The Installation

holiday container arrangements 2 (1)I am always appreciative of how much of the construction of the winter pots we are able to do in the shop, once we get to the installation phase. The greens for this oval bronze container had been stuffed into a form several days ago.  We try to be very accurate about the size of those forms, especially given that they will last through at least 3 seasons. Once the centerpiece was set, we attached a collar of red sinamay. Sinamay is a polyester mesh available in various widths.  We run a wire through a length of mesh, folded in have, with long running stitches.  Once the wire is pulled tight around the centerpiece, it creates a wavy graceful collar that softens the transition from the greens to the centerpiece. Sinamay with a metallic thread is a simple way to say holiday, and is very simple to remove after the holidays. Marzela did all of the finishing touches.

holiday container arrangements 2 (7)We did have to shovel the snow out of the pots. Some pots had just the right depth of soil, once the fall plants were removed.  Others needed a little topping up.

holiday container arrangements 2 (5)Even though these centerpieces were large, it was a short and simple matter to cut through the foam holding the greens, drive the bamboo stake down into the pot, and add a few greens to the ragged edges. This gold sinamay adds a very festive and absolutely weatherproof holiday note. Sinamay is also known as decor mesh, and it is readily available, should you search for it on your computer.

holiday container arrangements 2 (4)This low rectangular arrangement was finished in its entirety in the shop.  We only added 10 stems of red twig to the center, once the installation was complete. This pot is festive and dressy.

holiday container arrangements 2 (6)Every pot got filled. If I have a container I do not intend to fill for the winter, I put it away. A container in the landscape that is left empty for the winter is a missed opportunity to garden. I have one very special, sculptural, and old French pot in my landscape that I never plant.  That empty pot, and the weather acting on it, has a significance to me that I cannot really explain.  Some garden ornament evokes very strong feelings, and that can be enough.  But all of these pots needed filling.  A winter life for a garden and its head  gardener can be a good life.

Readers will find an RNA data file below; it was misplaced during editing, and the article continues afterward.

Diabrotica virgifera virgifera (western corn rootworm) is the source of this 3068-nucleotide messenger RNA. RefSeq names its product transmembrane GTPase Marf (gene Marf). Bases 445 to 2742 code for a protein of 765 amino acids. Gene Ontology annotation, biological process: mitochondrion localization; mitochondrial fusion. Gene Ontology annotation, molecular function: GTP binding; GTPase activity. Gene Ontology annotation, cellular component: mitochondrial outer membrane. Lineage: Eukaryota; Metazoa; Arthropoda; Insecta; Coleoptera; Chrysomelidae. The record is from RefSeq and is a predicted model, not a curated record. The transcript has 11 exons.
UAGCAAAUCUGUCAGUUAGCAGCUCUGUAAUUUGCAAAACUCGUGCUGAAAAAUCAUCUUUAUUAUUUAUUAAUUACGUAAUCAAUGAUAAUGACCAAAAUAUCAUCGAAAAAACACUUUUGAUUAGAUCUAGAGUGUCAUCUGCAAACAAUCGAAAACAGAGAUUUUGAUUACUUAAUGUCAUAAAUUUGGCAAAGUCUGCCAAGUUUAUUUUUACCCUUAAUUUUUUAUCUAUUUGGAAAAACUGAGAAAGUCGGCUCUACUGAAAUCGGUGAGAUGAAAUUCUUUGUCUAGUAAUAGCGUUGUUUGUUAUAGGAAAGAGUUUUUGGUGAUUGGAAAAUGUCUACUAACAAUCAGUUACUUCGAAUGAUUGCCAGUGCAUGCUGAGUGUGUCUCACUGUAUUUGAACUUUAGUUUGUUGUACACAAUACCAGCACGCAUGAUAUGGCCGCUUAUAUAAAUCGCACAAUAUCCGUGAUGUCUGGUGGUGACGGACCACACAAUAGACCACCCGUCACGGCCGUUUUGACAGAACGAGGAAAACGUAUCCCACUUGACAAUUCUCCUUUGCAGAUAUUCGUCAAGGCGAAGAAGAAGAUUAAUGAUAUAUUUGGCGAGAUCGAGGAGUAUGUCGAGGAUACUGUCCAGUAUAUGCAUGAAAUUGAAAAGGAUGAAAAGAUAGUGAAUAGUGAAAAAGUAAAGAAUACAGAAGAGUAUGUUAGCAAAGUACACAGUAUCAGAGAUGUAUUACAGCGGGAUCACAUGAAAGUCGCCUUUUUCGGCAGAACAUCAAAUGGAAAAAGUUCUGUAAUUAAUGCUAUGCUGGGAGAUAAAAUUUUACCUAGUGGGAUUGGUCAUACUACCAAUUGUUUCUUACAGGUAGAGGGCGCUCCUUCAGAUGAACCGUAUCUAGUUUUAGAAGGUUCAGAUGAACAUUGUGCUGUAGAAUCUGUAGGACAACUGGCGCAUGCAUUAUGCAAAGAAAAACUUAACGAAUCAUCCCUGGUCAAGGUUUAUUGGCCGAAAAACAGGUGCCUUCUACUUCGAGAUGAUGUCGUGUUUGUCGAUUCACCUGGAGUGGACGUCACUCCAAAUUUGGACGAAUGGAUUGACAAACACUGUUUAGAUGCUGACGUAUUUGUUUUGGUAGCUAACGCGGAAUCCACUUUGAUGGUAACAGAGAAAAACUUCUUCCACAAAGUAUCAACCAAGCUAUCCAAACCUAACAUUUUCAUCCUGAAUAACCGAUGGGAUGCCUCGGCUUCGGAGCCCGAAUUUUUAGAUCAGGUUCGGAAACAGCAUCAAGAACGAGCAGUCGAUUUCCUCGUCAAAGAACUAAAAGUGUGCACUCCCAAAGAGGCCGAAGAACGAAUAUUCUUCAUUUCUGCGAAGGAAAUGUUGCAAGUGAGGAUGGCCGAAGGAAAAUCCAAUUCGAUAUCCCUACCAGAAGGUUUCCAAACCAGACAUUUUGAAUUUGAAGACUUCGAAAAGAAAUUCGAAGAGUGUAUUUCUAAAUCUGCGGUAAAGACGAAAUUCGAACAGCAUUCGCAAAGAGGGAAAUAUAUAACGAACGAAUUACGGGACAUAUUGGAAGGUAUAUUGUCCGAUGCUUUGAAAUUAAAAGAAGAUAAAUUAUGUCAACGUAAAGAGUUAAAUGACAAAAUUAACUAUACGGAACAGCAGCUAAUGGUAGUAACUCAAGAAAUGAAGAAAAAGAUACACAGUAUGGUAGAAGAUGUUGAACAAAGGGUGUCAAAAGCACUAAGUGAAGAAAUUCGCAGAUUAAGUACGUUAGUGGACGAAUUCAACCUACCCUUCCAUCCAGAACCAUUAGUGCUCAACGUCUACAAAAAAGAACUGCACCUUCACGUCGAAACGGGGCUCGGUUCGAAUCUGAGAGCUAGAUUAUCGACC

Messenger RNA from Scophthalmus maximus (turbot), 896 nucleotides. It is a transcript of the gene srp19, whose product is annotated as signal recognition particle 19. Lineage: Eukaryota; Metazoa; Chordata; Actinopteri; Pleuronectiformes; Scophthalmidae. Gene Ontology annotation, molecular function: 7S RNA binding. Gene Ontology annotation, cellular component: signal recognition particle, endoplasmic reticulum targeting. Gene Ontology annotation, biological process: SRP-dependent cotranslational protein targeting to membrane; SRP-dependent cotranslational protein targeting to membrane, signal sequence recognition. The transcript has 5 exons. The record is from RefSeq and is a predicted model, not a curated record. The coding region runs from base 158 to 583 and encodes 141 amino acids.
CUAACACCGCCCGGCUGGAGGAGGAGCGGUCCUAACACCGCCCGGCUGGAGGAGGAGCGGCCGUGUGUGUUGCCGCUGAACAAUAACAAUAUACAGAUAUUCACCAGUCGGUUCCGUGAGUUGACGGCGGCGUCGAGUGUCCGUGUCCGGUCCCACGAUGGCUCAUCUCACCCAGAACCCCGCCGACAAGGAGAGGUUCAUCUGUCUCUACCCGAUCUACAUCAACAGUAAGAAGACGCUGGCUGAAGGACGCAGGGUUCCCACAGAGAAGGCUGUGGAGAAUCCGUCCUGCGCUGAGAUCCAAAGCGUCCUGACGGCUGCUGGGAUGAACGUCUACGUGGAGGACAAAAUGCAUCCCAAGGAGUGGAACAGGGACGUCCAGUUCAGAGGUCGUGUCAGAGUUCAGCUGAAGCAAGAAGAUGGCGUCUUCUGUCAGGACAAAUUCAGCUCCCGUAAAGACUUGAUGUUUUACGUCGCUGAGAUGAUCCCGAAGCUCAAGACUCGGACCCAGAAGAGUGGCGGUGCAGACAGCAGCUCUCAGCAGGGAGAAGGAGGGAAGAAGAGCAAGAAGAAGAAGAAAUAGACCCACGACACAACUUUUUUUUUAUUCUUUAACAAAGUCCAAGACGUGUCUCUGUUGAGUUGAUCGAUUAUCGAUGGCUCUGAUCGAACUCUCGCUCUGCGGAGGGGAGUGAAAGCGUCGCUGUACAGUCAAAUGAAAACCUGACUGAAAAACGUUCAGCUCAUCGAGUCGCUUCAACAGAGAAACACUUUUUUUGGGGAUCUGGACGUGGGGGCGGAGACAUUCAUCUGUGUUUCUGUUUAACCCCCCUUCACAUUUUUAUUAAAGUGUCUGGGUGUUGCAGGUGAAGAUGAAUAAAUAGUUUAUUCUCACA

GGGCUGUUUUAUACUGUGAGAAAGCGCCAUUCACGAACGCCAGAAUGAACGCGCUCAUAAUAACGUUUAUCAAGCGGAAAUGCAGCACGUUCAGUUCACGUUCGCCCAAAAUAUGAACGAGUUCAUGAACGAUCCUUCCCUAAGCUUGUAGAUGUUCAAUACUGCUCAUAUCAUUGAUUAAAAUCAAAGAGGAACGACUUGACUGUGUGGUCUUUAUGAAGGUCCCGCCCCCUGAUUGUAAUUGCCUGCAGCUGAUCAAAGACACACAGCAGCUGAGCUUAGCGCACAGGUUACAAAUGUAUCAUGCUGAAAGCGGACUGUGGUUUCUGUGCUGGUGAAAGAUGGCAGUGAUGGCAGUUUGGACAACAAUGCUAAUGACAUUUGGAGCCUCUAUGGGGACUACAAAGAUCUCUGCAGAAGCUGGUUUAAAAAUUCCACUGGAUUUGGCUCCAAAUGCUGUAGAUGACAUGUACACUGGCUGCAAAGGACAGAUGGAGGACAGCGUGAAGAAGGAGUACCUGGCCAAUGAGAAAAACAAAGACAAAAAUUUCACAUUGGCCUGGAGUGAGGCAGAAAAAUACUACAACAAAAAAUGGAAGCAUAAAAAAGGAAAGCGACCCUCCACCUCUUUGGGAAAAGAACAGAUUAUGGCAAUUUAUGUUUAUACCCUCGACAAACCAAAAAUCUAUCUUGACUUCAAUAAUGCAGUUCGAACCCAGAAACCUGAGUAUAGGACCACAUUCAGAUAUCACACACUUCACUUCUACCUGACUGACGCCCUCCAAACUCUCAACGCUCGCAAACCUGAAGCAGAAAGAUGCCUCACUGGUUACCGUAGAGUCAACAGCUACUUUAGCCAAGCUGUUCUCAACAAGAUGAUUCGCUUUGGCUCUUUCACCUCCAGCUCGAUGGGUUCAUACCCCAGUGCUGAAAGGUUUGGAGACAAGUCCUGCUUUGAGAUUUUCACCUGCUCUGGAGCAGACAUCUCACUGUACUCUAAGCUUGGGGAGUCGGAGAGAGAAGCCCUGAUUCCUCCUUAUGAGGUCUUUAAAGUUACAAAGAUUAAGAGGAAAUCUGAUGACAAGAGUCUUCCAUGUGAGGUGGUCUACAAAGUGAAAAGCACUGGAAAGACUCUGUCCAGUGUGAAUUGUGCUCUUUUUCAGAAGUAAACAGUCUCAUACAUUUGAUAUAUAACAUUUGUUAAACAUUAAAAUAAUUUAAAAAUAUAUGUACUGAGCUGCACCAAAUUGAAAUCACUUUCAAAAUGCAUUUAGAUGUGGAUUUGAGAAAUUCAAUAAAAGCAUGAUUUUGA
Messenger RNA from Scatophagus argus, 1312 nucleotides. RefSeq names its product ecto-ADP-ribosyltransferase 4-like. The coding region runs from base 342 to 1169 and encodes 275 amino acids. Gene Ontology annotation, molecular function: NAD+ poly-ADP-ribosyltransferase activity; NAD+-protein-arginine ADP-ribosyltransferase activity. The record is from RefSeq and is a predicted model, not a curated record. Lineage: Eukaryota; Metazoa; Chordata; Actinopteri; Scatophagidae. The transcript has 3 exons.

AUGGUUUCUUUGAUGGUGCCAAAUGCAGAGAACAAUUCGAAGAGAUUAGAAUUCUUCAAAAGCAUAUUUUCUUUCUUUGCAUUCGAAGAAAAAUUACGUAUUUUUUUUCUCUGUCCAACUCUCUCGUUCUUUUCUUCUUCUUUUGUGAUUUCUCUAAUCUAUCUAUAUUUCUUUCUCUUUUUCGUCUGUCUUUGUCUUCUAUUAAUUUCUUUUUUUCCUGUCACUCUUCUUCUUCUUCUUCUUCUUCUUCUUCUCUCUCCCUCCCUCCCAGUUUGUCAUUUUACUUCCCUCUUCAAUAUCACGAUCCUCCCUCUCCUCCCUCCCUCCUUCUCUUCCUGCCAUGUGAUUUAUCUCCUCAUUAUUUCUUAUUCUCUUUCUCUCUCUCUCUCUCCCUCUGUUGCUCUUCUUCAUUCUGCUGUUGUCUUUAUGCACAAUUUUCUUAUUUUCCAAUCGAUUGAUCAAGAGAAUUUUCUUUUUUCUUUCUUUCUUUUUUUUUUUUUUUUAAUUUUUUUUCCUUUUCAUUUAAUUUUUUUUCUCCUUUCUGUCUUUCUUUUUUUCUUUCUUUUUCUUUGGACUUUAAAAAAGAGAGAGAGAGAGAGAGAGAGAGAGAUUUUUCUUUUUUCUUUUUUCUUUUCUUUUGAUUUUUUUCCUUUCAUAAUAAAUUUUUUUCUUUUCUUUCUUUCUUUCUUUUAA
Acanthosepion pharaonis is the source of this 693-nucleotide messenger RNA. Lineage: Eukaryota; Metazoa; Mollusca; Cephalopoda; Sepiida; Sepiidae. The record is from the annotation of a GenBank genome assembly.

holiday container arrangements 2 (3)These concrete urns needed to be filled for the winter.  They are not especially fine pots, but there are six of them, and they punctuate a long terrace.  What we have in them is simple. Of particular interest is the choice of greens. Mountain hemlock branches are harvested from trees at very high elevations.  We have to take these greens early in the season.  I could not order them now. These trees are up high, and buried in snow by now. They are perfect for containers in exposed and windy locations. Even in cut form, they will stay green until the end of March.

holiday container arrangements (1)The pots and boxes in the back yard got installed today in fairly steady rain. Our high temperature today was 58 degrees-I will take that, and shrug off the rain.

holiday container arrangements (8)This client bought these French made orangery boxes from me in 2003. The oval medallion at the bottom of each side of the box details the year of manufacture. These French boxes, the history of the manufacture of which dates back hundreds of years, are very dear to my heart. There are no other garden boxes quite like them. They are as beautiful a box as ever graced a landscape. They inspired me to open Branch.   Though the oak and cast iron fittings are as solid as they can be, the paint has deteriorated. Weather takes its toll. We will restore them, at the end of the winter.

holiday container arrangements (4)There is not so much more to say about this installation, except that once a container arrangement comes out of the shop, and finds a home in the landscape, it is easy to see what they provide is like no other element. If you are a gardener, I would encourage you to add some pots to your landscape and garden. They are a challenge and a delight, year round.